The film http://www.eai.org/eai/tape.jsp?itemID=2851">Le peintre cubiste, by French theorist and filmmaker Thierry Kuntzel, is a loose narrative about a man who perceives life through the multi-dimensional planes of a cubist painting. Using film, video and paint, this disconcerting exploration visually articulates Kuntzel's theoretical inquires into the construction of space and time in the visual world. Tonight (and again in three weeks), MOMA hosts In Memoriam: Thierry Kuntzel (1948
Job Title: Exhibitions Curator
Position Type: Full-time contract, 35 hours/week
Location: Vancouver, British Columbia
Years Experience: 3+
The Western Front Society seeks an outstanding, highly motivated arts professional to step into the role of Exhibitions Curator.
The Western Front is one of Canada’s pioneering artist-run centres and produces and presents works in five programs: Exhibitions, Performance Art, New Music, Media Arts, and FRONT Magazine. The Western Front was founded in 1973 by a small group of interdisciplinary artists, and has developed into an exemplary multi-disciplinary environment for experimental art practice and research. With a staff of ten plus interns and volunteers, the Society collectively produces over fifty events a year.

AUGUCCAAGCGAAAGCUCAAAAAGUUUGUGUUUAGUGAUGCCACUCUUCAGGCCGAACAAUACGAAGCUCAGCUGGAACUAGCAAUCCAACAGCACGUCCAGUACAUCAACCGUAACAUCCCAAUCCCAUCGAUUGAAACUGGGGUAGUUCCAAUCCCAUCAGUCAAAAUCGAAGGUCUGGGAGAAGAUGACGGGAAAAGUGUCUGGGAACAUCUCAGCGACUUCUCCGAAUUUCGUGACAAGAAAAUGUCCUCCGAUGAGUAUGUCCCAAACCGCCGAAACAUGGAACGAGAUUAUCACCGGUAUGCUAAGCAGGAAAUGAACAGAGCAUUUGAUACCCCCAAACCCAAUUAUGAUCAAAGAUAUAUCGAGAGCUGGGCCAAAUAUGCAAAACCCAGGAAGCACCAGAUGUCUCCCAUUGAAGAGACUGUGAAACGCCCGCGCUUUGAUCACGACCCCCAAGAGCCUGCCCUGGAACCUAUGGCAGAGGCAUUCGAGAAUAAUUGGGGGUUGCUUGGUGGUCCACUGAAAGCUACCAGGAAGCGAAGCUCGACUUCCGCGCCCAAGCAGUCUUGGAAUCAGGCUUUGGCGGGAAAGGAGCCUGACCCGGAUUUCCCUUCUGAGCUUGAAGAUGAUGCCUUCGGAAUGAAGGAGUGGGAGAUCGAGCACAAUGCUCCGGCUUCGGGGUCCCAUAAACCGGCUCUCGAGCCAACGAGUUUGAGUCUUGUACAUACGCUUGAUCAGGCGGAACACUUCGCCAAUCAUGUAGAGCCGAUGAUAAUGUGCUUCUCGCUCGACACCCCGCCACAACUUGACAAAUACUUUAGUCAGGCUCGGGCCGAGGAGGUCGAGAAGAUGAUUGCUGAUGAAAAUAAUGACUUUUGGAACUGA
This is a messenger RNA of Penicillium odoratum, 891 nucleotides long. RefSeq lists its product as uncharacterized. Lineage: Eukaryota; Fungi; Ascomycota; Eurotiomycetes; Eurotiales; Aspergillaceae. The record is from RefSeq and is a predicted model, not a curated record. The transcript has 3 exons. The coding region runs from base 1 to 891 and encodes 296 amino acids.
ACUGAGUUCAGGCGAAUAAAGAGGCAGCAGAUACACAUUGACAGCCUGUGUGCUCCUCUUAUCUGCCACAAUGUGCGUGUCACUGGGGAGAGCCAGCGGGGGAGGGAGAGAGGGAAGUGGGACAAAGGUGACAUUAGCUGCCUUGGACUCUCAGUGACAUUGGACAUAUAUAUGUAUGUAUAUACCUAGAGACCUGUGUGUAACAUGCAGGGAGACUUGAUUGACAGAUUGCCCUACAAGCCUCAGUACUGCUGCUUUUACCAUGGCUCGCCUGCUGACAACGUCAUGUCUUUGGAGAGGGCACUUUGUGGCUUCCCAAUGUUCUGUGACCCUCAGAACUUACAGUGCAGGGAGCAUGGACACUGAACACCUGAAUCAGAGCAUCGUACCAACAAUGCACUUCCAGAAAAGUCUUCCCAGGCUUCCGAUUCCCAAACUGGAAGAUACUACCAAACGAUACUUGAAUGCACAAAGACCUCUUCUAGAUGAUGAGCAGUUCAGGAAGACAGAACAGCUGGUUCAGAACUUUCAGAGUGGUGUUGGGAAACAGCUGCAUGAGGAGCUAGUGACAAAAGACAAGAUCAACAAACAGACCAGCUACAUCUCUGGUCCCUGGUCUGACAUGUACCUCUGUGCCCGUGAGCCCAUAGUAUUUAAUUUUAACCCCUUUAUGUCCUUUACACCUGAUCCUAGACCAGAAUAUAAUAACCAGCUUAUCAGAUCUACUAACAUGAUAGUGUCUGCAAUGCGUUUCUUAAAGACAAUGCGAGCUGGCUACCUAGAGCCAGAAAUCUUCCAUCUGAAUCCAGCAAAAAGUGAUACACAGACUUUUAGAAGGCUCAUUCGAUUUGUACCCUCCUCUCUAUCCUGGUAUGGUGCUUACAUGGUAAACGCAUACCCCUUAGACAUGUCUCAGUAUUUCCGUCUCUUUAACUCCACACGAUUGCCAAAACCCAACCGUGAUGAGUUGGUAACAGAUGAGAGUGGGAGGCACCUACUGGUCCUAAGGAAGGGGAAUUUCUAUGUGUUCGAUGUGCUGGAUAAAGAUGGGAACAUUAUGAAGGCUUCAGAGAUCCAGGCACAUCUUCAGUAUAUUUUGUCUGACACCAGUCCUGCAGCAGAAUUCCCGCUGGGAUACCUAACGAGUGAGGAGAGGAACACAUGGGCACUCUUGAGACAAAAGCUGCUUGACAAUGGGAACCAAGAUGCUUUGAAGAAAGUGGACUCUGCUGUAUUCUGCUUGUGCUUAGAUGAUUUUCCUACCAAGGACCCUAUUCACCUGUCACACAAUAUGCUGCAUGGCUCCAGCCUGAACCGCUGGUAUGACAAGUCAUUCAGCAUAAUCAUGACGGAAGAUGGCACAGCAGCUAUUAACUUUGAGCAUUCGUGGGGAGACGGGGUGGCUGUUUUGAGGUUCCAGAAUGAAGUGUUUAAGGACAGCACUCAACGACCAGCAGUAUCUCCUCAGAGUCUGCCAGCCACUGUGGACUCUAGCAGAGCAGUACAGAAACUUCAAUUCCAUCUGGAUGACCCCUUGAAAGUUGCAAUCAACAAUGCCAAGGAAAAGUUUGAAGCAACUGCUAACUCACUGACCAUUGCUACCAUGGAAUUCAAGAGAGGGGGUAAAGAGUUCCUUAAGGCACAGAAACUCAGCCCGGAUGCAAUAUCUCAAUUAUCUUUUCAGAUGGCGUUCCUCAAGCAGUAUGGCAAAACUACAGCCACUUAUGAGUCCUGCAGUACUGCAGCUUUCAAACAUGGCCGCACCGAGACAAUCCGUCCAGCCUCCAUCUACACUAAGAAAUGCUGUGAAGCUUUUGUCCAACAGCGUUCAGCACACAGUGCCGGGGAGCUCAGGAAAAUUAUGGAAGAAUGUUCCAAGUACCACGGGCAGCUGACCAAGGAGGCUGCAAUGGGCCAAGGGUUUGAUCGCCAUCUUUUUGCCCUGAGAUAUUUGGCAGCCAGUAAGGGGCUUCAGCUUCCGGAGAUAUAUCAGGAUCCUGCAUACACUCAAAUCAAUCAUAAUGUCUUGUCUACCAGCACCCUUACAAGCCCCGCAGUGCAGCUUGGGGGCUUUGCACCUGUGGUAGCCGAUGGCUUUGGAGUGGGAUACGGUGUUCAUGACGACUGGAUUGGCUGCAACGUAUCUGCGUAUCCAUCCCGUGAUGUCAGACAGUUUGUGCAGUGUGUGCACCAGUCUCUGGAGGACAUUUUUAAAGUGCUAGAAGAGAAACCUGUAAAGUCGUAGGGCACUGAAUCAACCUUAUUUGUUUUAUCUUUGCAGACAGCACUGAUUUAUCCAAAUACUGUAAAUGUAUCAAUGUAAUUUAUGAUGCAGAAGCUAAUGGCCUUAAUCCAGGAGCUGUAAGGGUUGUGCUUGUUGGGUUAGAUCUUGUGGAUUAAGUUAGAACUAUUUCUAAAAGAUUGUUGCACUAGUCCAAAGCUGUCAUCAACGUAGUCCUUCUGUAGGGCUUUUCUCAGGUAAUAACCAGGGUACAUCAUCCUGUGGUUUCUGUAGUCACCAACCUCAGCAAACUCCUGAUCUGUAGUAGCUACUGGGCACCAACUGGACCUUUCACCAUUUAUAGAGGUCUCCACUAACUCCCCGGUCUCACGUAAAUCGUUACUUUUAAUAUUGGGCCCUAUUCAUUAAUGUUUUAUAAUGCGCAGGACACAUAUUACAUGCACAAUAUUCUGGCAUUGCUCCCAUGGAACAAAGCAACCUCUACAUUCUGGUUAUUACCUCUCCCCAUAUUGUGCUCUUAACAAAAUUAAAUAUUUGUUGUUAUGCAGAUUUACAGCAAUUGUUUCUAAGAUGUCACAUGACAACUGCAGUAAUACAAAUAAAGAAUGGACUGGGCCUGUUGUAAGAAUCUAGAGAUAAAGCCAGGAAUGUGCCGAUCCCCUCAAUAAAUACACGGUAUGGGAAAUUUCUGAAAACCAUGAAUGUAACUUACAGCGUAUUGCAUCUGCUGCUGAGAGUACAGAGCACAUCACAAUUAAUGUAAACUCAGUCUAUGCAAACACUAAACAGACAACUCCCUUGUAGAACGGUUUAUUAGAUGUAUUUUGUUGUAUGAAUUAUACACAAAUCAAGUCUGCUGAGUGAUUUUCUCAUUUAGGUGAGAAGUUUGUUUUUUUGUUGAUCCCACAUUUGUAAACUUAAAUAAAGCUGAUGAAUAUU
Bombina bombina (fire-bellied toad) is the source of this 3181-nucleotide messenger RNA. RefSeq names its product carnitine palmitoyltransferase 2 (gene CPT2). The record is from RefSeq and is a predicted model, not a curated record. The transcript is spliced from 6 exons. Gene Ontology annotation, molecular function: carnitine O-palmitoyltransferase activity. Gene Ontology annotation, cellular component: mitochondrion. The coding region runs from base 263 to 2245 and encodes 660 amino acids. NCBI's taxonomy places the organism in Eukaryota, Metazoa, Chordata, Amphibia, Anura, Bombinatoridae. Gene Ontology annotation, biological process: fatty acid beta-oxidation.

The Exhibitions Program has a mandate to present contemporary visual art by local, national and international artists. Intentionally open, this mandate has historically focused on artwork that is conceptual, media-based or otherwise ephemeral in nature. Currently the program promotes experimentation with conceptual models and contexts for visual art that have allowed the program to expand beyond gallery exhibitions to include artist books and posters, cross-disciplinary works, site-specific and Internet projects, and commissions.
The Exhibitions Curator reports to the Executive Director, and is responsible for:
• Developing and communicating a dynamic vision for the Exhibitions Program
• Curating exhibitions and all associated programming
• Editing publications